Time & Life Update Newsletter

What is "Life-Care Planning" and Does It Apply To Me?

Posted by Dennis Sullivan & Associates on Jun 24, 2011 4:08:00 PM

Life-Care Planning is a new area of elder law that helps families respond to the challenges presented by long life, illness and disability.  Life-care planning is about being an advocate for your loved one in every long-term care setting and assisting the family with those overwhelming decisions.

A Life-Care Plan includes the following:

  • Legal Care, estate planning, including wills, trusts, powers of attorney and advanced directives; Medicaid planning; guardianships; and protection of the elder's right to safe and effective care for which he/she is entitled.

  • Care Coordination, which includes locating in-home help and services, coordinating home health care and long-term care, family education and decision-making support - for the rest of your loved-one's life.

Life-Care Planning in Practice

Picture you and your wife and your close friends Kathy and Joe - all in your late 60s.  You get together often and enjoy talking about wintering in Florida, lots of golf and enjoying your retirement years.

One day, Joe suffers a serious stroke which leaves him partially paralyzed.  He will need full-time care.  Joe's wife, Kathy, however, cannot provide the full-time care he needs on her own so she seeks the help of their daughter.  The daughter is very willing to help, but she has a family of her own and is subject to her family's needs as well.  Therefore, Kathy will have to get some in-home care for Joe to supplement what she and her daughter can do.

The end result here is that Kathy and Joe’s lifestyle has completely and unexpectedly changed.  Their financial stability is now also at risk with the high cost of in-home care, which is quickly depleting their savings and putting their other assets in jeopardy.  If this continues, Kathy faces the real possibility of becoming an impoverished spouse if she lives long into her senior years. 

Time to Assess Your Situation

This is truly a heartbreaking situation, but not an uncommon one.  Fearing the same thing could someday happen to you, you and your wife decide to consult with your estate planning and financial team. 

You have no children, so you cannot count on them to help in case of a debilitating illness or injury.  Imagine your legal and financial team reviewed your current assets and retirement plan.  You have paid off your house, faithfully saved money in your 401(k) accounts, and have a healthy IRA.  You even have a cottage on Cape Cod.  A devastating illness, however, is no match for the typical American’s retirement savings. 

The current cost of a nursing home is $12,000 per month, $144,000 per year and $720,000 for a 5-year stay in today’s dollars.  In-home care costs are considerably less, at about half the cost of a nursing home stay.  At these rates, a long-term care situation, even for one person, can easily wipe out a couple’s savings.  In addition, a lien could be placed on your homes, preventing you and/or your spouse from selling them or obtaining a reverse mortgage or home equity loan.  (Watch Dennis Sullivan explain how you can take control of your legacy, not leaving your estate to nursing homes or the IRS.)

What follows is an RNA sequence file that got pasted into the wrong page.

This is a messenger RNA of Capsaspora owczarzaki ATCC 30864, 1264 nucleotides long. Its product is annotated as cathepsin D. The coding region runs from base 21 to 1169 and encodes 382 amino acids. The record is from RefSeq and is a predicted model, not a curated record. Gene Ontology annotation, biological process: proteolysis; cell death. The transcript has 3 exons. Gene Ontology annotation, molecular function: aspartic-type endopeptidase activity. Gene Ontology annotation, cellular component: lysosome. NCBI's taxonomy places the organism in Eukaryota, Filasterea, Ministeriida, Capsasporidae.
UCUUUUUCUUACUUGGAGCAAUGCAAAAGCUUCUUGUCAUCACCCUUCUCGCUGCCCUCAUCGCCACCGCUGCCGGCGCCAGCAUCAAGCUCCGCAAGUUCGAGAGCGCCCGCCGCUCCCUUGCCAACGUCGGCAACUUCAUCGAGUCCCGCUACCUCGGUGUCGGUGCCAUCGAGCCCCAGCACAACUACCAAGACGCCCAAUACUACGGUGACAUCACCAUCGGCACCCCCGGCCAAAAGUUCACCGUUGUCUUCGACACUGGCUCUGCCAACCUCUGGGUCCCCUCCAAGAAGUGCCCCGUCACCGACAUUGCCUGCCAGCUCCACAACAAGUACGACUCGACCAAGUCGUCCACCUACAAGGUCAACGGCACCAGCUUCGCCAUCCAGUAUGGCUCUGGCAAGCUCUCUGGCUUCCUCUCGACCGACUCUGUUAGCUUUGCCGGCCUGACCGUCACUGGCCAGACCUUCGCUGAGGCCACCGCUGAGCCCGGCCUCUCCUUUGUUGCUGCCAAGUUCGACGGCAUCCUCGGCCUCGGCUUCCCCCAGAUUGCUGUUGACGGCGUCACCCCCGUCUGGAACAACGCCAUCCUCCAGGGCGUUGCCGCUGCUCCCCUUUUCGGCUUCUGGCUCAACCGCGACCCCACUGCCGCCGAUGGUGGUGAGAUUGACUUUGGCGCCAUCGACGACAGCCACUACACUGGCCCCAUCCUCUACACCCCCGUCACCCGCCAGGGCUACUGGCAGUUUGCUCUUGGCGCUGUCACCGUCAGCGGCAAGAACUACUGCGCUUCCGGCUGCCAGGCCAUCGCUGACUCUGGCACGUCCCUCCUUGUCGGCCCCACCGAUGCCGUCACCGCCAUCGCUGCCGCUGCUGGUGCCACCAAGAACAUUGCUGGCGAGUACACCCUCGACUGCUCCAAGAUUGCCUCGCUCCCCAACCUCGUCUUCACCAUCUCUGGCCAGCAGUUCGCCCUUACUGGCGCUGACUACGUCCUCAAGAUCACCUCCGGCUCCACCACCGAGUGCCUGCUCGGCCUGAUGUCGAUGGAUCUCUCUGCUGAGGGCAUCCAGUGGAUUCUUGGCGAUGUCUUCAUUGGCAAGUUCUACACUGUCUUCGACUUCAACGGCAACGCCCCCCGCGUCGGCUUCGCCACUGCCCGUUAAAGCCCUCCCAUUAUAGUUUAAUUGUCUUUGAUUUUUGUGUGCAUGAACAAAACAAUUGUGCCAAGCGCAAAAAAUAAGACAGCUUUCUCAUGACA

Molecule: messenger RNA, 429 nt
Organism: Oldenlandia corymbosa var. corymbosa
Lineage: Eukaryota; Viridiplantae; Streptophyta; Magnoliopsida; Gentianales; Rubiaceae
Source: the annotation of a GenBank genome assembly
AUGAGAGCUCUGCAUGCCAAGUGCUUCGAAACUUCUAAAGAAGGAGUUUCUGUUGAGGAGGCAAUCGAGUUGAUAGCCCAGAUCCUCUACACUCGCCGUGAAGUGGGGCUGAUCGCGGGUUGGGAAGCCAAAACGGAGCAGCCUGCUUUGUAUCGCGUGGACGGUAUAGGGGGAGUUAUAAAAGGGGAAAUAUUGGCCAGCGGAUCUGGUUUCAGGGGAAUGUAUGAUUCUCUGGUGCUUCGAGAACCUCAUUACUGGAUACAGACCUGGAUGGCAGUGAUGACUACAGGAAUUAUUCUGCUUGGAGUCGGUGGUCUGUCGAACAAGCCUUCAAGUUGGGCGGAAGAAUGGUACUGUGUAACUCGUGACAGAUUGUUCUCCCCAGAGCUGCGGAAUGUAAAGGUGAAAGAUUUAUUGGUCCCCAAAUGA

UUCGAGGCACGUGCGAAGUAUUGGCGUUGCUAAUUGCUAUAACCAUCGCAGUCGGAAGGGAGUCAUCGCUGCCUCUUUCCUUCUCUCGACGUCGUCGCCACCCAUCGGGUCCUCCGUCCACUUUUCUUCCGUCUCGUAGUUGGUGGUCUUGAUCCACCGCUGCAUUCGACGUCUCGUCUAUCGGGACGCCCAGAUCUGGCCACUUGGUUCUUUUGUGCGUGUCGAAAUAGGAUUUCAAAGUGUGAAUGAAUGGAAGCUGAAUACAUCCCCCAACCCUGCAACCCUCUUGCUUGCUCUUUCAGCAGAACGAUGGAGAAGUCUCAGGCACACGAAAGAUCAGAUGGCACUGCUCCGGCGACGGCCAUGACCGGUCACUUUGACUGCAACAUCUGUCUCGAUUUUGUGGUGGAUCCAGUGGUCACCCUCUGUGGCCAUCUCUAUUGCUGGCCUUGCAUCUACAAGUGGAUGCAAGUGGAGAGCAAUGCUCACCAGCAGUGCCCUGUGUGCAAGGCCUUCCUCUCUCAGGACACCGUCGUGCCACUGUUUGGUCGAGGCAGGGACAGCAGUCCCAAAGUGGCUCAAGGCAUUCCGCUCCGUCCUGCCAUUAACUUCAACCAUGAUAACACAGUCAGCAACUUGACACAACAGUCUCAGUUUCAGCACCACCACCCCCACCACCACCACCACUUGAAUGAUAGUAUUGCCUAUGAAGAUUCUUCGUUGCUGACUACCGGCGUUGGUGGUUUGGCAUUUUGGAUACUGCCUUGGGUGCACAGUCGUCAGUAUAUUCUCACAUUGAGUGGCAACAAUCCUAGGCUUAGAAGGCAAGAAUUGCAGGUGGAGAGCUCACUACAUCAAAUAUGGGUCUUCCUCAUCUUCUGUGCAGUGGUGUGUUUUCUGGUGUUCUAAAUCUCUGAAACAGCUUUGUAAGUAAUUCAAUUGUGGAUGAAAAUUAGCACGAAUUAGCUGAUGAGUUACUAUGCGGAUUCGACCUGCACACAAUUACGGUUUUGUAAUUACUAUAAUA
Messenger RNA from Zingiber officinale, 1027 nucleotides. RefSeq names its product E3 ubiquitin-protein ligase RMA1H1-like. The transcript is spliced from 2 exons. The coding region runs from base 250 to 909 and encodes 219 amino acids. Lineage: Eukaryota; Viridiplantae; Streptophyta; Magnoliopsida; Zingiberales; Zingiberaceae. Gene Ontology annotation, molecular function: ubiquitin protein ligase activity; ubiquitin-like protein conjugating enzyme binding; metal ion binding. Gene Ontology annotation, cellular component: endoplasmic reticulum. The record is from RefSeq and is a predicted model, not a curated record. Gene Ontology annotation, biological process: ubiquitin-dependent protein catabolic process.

Moral of the Story:  Plan Ahead - Consider all the options.

After considering your age and the fact that you were both in good health, your estate-planning attorney might recommend looking into long-term care insurance.  To reduce your premiums you might decide to buy a “shared” care plan.  With a shared care plan, a couple can buy a plan for a set amount to be shared.  So instead of buying two $300,000 plans, a couple may choose to buy one $500,000 plan to share, which can save some premiums.  The benefits of such a plan include:

  • The confidence knowing you could handle an unexpected life event if it occurred.

  • The knowledge that if one of you became ill or injured, you would have the resources to be cared for in your own home and not be forced to move into institutionalized care.

  • Asset protection insurance – your retirement savings would not be jeopardized. (Caution:  You must still protect your assets from financial exposure in excess of policy limits.)

Life can change in the blink of an eye, and although you can’t be prepared for everything, you can prepare for long-term care expenses as long as you coordinate your planning to cover risks and provide you with the flexibility and lifestyle that suit your comfort level and budget.

Our Recommendations

In our experience of more than 25 years helping people and their families in this area, it is the combination of the legal and financial protection, which is best.  In-home care insurance pays for your family member to stay at home and also provides a care coordinator to make sure that he/she is taken care of and the level of care is maintained. 

In addition to insurance, it is also very important to have all their assets protected with a protective trust in case an extended nursing-home stay is unavoidable. With the right legal protection of your home and life-savings, your spouse and your legacy will be safe.  You will never become a victim of nursing home poverty.  You will have done all you could to protect yourself, your spouse and your legacy.  If this makes sense to you, please let us know; we will help you get started.  To learn more about protecting your home, spouse, family and life savings, attend a free, educational Trust, Estate & Asset Protection Workshop . Register online or call 800-964-4295 (24/7) for upcoming dates.

Tags: life-care plan, in-home care, long term care, Protective Trusts, Retirement